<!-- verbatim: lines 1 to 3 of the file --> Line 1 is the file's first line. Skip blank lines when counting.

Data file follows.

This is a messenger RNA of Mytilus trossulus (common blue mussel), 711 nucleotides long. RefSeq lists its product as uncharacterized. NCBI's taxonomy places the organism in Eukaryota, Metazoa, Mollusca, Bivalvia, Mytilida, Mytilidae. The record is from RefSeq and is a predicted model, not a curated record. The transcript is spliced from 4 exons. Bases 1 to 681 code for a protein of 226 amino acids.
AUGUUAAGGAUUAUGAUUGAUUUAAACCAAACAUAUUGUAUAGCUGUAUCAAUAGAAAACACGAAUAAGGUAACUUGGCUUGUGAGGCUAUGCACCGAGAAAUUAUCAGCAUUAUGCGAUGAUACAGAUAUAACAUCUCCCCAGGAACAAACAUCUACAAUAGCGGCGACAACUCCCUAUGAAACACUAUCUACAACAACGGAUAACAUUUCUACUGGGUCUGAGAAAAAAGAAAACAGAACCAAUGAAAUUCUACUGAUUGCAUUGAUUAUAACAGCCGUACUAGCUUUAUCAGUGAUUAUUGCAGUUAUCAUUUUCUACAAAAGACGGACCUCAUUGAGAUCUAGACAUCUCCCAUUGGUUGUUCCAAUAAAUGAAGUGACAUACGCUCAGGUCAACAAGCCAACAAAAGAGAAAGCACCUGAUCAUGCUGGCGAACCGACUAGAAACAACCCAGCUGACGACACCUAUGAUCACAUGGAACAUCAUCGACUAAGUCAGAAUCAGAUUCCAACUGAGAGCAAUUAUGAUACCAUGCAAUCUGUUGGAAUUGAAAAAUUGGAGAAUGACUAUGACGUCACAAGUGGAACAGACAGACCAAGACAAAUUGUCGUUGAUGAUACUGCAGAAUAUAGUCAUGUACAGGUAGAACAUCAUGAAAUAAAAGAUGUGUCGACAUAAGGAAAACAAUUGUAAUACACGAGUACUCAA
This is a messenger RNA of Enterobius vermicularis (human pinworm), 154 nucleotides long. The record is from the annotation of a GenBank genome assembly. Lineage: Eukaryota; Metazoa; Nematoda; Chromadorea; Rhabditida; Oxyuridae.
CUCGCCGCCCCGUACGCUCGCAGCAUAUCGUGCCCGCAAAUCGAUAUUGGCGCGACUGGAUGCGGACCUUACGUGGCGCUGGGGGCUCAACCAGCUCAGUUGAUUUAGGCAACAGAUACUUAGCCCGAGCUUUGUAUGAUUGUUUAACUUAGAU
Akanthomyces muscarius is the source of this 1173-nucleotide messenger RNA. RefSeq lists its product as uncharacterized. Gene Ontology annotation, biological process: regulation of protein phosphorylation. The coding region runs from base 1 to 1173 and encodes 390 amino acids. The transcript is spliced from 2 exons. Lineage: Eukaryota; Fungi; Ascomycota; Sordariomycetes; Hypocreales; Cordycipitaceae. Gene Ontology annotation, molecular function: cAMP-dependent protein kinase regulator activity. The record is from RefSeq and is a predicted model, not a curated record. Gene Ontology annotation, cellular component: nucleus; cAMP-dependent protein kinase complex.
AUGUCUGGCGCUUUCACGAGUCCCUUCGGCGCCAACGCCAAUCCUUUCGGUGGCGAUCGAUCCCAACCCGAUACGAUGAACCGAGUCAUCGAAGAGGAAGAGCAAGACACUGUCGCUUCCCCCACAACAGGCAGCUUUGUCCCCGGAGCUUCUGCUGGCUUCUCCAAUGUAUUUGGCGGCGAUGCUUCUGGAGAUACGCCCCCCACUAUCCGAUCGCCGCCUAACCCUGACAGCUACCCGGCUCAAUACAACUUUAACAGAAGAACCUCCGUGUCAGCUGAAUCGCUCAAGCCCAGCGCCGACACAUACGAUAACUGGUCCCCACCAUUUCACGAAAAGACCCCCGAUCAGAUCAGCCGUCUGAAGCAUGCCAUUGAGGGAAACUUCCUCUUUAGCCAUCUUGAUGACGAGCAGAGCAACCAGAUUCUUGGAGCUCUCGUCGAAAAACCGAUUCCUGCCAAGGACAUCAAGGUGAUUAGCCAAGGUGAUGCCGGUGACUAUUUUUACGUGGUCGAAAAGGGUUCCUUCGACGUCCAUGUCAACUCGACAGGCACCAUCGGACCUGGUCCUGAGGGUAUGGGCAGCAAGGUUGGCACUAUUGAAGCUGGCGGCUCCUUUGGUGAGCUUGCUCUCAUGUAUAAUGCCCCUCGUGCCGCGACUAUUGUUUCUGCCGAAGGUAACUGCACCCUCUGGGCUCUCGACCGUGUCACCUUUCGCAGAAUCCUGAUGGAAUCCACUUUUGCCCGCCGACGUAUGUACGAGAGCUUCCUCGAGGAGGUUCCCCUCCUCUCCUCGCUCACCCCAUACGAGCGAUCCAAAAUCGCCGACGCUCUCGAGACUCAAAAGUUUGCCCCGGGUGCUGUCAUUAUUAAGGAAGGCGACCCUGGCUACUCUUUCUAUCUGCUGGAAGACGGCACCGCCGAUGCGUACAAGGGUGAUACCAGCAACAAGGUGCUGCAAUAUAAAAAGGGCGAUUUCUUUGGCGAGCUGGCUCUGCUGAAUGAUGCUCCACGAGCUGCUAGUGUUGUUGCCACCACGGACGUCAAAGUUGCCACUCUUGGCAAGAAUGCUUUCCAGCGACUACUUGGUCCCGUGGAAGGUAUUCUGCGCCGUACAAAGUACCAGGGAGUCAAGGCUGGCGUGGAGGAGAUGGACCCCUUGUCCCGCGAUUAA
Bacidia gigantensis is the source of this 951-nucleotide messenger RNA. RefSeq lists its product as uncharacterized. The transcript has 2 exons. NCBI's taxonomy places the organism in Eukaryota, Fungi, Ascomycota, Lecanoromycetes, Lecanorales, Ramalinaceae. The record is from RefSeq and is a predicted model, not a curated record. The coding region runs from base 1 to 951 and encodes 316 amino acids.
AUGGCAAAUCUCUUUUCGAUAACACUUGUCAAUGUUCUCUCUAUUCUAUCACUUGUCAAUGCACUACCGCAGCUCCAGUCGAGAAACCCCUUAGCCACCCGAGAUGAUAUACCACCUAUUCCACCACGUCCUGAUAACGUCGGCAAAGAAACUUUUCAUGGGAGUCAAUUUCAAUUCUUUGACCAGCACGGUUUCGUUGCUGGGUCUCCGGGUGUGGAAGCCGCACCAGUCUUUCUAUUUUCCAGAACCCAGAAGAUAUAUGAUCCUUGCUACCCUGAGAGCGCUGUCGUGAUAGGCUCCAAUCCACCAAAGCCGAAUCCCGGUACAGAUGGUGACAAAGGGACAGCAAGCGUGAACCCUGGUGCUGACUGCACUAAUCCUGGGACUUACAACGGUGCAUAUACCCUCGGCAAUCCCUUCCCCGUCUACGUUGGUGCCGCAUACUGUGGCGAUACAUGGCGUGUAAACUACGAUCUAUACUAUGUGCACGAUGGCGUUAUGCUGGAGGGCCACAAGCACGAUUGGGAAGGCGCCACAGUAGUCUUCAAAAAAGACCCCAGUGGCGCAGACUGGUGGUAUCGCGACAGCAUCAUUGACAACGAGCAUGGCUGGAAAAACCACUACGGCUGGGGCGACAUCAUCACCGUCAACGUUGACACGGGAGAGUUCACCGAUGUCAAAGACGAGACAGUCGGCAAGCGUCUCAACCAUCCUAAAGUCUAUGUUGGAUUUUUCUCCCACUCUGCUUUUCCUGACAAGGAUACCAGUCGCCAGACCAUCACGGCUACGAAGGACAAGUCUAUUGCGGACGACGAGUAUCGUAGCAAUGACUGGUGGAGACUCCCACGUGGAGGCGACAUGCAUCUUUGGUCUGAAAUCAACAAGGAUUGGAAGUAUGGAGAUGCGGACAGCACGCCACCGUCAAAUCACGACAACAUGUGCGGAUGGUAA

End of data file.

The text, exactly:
This is a messenger RNA of Mytilus trossulus (common blue mussel), 711 nucleotides long. RefSeq lists its product as uncharacterized. NCBI's taxonomy places the organism in Eukaryota, Metazoa, Mollusca, Bivalvia, Mytilida, Mytilidae. The record is from RefSeq and is a predicted model, not a curated record. The transcript is spliced from 4 exons. Bases 1 to 681 code for a protein of 226 amino acids.
AUGUUAAGGAUUAUGAUUGAUUUAAACCAAACAUAUUGUAUAGCUGUAUCAAUAGAAAACACGAAUAAGGUAACUUGGCUUGUGAGGCUAUGCACCGAGAAAUUAUCAGCAUUAUGCGAUGAUACAGAUAUAACAUCUCCCCAGGAACAAACAUCUACAAUAGCGGCGACAACUCCCUAUGAAACACUAUCUACAACAACGGAUAACAUUUCUACUGGGUCUGAGAAAAAAGAAAACAGAACCAAUGAAAUUCUACUGAUUGCAUUGAUUAUAACAGCCGUACUAGCUUUAUCAGUGAUUAUUGCAGUUAUCAUUUUCUACAAAAGACGGACCUCAUUGAGAUCUAGACAUCUCCCAUUGGUUGUUCCAAUAAAUGAAGUGACAUACGCUCAGGUCAACAAGCCAACAAAAGAGAAAGCACCUGAUCAUGCUGGCGAACCGACUAGAAACAACCCAGCUGACGACACCUAUGAUCACAUGGAACAUCAUCGACUAAGUCAGAAUCAGAUUCCAACUGAGAGCAAUUAUGAUACCAUGCAAUCUGUUGGAAUUGAAAAAUUGGAGAAUGACUAUGACGUCACAAGUGGAACAGACAGACCAAGACAAAUUGUCGUUGAUGAUACUGCAGAAUAUAGUCAUGUACAGGUAGAACAUCAUGAAAUAAAAGAUGUGUCGACAUAAGGAAAACAAUUGUAAUACACGAGUACUCAA
This is a messenger RNA of Enterobius vermicularis (human pinworm), 154 nucleotides long. The record is from the annotation of a GenBank genome assembly. Lineage: Eukaryota; Metazoa; Nematoda; Chromadorea; Rhabditida; Oxyuridae.